Narratives need bodies. Stories are populated by characters whose bodies serve as focalizers for our experience of the narrated world. Certain genres, like body horror, pornography or fanfiction, are predicated on bodily excess, “spill[ing] out over the spectator and penetrat[ing] them with sexual ecstasy or […] terrifying violence” (Linn). In their reception process, some media, like video games and other interactive modes of textual engagement, ask for bodily involvement that exceeds the levels to which our bodies are implicated in other media. However, even without excess as a generic feature or explicit part of reception, embodiment as “a way of […] inhabiting the world through one’s acculturated body” (Weiss and Haber) always shapes how we engage with narratives – as readers, viewers, or players.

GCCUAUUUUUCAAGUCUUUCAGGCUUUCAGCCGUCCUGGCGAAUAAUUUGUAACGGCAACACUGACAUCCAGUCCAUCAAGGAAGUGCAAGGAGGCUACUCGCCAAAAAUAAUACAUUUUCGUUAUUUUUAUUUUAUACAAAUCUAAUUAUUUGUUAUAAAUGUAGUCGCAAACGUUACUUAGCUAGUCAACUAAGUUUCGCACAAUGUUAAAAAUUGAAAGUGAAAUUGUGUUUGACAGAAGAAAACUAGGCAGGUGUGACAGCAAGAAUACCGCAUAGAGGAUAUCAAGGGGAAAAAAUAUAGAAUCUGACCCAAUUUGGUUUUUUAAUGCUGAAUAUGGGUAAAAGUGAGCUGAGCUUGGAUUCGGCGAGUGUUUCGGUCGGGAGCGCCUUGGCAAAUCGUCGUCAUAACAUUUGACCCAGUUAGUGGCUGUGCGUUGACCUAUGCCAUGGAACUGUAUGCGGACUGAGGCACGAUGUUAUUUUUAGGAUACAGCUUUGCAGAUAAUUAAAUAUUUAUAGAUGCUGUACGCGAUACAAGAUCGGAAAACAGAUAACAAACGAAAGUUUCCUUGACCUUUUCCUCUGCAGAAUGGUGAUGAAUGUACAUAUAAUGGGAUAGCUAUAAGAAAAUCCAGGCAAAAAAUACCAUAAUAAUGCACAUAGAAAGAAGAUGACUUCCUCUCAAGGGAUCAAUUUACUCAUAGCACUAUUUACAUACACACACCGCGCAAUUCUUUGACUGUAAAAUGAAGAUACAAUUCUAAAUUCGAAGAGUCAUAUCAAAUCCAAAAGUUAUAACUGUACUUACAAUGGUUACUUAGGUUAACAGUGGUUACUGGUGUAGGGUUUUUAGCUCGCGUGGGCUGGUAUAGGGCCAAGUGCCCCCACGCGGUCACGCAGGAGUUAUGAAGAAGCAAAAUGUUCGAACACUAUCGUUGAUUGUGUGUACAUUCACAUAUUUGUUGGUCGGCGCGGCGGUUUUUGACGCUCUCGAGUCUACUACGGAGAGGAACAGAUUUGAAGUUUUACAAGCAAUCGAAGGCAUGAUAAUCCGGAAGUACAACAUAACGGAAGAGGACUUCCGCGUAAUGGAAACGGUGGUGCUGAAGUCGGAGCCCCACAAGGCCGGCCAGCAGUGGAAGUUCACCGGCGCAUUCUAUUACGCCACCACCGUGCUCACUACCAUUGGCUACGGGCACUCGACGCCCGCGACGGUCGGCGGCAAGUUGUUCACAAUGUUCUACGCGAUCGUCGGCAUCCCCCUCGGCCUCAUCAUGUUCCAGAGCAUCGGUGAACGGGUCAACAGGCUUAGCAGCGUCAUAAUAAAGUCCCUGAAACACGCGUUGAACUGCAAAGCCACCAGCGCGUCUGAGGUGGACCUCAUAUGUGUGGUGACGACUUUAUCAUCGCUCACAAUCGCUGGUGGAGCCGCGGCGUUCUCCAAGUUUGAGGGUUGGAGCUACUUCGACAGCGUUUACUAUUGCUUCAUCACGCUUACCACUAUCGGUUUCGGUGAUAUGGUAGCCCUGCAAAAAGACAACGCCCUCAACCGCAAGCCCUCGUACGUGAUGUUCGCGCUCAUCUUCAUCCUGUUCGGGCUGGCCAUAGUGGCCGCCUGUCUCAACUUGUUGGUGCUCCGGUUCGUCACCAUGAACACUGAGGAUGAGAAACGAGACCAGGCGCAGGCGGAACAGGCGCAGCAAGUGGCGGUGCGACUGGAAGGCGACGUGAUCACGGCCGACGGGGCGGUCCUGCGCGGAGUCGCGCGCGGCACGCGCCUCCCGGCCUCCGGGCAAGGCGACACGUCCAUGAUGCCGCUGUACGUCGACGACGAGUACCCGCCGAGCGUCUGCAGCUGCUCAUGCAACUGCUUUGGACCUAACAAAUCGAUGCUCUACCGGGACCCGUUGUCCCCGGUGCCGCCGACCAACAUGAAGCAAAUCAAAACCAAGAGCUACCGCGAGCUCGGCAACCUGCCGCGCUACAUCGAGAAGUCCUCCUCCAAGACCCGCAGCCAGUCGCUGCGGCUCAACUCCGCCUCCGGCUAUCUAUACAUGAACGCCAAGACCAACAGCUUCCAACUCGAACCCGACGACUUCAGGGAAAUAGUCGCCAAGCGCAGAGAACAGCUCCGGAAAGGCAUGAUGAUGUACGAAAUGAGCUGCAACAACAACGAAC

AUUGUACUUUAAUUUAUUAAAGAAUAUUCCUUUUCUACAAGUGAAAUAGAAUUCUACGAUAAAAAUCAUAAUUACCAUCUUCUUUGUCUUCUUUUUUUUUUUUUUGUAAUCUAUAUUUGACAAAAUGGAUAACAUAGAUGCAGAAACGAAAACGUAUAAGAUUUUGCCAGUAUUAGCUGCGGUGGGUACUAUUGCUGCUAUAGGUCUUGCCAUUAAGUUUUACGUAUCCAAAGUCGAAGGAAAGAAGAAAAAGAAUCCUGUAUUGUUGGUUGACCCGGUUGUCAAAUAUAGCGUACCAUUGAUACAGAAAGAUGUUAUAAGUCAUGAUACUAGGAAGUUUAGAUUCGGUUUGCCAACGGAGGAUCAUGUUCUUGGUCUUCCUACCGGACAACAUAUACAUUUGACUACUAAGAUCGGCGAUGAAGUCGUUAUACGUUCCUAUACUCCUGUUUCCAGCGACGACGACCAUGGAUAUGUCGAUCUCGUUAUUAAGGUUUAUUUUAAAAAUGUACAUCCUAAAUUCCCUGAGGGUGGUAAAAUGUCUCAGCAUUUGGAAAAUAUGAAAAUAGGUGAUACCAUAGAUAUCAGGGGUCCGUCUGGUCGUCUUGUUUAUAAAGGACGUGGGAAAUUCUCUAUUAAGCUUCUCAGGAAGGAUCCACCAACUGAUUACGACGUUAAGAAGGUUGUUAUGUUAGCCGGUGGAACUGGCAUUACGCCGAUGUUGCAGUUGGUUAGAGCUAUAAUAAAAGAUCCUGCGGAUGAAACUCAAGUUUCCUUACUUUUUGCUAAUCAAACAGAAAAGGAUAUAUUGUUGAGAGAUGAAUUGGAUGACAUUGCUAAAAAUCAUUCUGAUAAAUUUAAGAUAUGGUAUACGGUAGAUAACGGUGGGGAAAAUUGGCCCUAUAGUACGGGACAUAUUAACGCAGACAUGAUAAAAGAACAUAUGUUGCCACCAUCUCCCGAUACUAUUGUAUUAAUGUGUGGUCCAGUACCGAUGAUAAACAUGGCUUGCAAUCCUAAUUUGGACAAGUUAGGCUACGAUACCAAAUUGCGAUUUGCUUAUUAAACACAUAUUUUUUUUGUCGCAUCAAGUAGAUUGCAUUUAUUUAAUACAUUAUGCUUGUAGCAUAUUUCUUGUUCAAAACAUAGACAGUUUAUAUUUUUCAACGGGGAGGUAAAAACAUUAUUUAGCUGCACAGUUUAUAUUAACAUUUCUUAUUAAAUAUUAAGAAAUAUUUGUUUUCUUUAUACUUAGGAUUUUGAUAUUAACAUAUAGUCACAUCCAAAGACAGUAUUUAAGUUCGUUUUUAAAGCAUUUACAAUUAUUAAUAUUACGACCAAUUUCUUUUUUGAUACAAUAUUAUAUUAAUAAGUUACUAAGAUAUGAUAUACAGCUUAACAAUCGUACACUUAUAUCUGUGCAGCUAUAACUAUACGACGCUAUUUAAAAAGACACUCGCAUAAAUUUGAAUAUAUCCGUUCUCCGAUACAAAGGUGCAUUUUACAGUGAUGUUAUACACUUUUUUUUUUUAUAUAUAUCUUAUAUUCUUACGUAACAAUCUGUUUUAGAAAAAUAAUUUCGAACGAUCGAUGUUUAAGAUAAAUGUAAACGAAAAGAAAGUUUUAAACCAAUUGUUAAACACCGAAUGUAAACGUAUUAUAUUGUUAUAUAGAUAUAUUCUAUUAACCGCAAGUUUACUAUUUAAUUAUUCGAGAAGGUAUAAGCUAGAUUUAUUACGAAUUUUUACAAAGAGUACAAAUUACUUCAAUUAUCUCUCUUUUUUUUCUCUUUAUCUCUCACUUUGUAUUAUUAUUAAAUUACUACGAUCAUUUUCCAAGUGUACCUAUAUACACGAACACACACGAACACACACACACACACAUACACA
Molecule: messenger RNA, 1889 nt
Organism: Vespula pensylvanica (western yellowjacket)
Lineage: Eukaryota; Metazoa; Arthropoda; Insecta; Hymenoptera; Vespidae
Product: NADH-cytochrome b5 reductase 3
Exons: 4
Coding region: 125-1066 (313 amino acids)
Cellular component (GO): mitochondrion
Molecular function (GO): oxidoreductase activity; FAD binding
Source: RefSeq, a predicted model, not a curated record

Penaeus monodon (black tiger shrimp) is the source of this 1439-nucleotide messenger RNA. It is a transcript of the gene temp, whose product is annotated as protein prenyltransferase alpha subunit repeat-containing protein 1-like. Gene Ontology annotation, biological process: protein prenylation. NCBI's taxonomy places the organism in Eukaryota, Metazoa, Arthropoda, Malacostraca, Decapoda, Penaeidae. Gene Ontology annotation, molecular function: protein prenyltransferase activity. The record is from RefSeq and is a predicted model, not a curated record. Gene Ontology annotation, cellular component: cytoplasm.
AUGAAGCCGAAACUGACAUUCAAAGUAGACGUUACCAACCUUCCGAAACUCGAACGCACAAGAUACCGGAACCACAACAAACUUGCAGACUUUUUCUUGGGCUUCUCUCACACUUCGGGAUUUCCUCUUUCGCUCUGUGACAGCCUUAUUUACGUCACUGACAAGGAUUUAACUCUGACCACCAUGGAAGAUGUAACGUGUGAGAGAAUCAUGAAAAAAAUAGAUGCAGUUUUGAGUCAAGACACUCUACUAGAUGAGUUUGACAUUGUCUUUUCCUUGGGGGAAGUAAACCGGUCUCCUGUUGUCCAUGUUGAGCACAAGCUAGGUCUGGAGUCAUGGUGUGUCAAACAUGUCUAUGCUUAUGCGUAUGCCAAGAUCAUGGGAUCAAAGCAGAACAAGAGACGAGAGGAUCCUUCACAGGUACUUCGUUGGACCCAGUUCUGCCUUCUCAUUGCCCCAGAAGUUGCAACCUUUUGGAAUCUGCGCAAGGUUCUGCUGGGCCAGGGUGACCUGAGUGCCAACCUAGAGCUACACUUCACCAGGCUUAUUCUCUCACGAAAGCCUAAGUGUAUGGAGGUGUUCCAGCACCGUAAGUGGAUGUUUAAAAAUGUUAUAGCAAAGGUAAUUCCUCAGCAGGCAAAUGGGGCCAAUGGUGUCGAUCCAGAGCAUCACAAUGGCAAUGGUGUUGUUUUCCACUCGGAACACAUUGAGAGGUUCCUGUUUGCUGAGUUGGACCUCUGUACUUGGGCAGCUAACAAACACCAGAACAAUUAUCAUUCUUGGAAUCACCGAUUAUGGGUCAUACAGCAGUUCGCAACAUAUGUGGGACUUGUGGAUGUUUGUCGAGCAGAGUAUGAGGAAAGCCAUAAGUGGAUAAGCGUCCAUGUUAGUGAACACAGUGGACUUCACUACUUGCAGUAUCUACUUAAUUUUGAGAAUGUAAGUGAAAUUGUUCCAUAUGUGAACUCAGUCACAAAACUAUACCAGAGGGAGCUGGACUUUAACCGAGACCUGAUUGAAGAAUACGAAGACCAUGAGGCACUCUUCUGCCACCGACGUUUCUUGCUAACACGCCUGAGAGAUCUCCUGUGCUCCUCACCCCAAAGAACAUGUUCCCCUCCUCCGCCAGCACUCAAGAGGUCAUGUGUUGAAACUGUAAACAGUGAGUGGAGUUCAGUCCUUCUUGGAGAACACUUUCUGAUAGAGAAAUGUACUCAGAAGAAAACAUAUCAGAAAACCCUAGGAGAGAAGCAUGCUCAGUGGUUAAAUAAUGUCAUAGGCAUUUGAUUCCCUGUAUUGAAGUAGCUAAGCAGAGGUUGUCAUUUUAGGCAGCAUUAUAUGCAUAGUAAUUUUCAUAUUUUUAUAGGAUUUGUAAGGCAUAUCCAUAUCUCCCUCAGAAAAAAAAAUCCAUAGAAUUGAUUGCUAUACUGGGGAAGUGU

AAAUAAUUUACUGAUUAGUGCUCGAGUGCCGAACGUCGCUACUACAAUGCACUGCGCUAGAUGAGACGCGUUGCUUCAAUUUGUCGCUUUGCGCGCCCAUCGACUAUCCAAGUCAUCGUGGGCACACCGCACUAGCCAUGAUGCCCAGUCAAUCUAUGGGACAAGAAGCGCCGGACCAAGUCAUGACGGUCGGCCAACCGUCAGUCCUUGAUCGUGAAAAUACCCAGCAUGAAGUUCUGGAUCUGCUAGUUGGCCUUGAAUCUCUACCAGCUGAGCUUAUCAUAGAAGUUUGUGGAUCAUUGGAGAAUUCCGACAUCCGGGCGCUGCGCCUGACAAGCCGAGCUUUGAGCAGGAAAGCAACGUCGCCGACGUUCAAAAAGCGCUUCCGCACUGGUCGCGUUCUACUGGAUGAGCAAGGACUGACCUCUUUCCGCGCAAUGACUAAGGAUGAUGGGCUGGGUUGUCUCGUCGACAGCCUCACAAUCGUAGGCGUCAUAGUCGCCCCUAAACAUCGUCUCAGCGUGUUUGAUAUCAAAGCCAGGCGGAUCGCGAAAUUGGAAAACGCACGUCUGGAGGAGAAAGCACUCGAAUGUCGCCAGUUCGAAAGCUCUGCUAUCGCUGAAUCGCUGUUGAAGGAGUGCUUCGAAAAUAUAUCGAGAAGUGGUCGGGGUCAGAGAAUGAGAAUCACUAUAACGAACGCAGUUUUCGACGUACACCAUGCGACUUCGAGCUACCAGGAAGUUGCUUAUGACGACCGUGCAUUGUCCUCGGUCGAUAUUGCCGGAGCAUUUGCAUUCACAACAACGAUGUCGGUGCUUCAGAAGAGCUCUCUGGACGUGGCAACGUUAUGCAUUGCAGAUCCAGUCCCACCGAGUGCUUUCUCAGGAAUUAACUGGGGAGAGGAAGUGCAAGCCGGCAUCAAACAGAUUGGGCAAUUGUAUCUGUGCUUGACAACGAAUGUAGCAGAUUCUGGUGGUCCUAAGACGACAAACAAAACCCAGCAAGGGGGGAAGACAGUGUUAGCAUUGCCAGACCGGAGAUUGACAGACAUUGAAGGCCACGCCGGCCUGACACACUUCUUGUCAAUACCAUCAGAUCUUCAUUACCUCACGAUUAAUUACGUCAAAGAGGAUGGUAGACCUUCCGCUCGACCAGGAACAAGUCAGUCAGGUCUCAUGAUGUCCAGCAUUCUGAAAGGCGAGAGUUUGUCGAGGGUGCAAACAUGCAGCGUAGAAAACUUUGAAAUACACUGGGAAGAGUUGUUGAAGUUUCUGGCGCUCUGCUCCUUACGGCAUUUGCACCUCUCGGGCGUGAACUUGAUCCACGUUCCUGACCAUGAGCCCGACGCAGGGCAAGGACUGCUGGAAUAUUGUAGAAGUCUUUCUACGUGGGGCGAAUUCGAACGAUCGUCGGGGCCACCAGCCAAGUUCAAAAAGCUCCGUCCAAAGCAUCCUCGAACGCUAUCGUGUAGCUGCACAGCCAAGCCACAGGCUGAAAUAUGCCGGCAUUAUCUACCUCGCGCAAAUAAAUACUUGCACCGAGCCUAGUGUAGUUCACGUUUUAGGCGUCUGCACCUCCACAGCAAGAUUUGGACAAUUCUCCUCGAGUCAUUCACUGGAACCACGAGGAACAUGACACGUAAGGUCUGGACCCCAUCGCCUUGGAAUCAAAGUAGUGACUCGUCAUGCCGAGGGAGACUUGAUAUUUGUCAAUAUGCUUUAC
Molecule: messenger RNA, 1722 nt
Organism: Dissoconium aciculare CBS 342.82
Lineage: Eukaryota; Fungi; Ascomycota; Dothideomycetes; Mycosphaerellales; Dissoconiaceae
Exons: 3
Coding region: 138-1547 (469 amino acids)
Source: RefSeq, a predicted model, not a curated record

By paying attention to both the representations of bodies in narratives and the role of embodiment in their reception, we aim to explore the dual, both complementary and contrary, aspects of bodies as spectacles as well as embodiment as a mode of empathy (or compassion; cf. Ruberg, see also Haraway’s notion of ‘becoming with’) that are at play when considering narratives through the (excessive) body.
Being “attentive to the sociality of lived bodies and the embodiment of the social” (Monaghan), the seminar’s focus is on excessive bodies, i.e. on bodies that tend to be marginalised and othered as spectacle, like non-normatively gendered, disabled, racialised, or fat bodies and excessive embodiment, i.e. modes of engagement with texts that heavily rely on the body.
This seminar seeks to facilitate a discussion on bodies and/or embodiment in narratives and texts. For this purpose, we invite case studies on body representations and/or narrative embodiment that will serve as a basis for our enquiry into the work that bodies do in texts.
Please submit your proposal via the NeMLA homepage: https://cfplist.com/nemla/Home/CFP
For questions contact session chairs Sarah Beyvers and Jonathan Rose (email@example.com; firstname.lastname@example.org).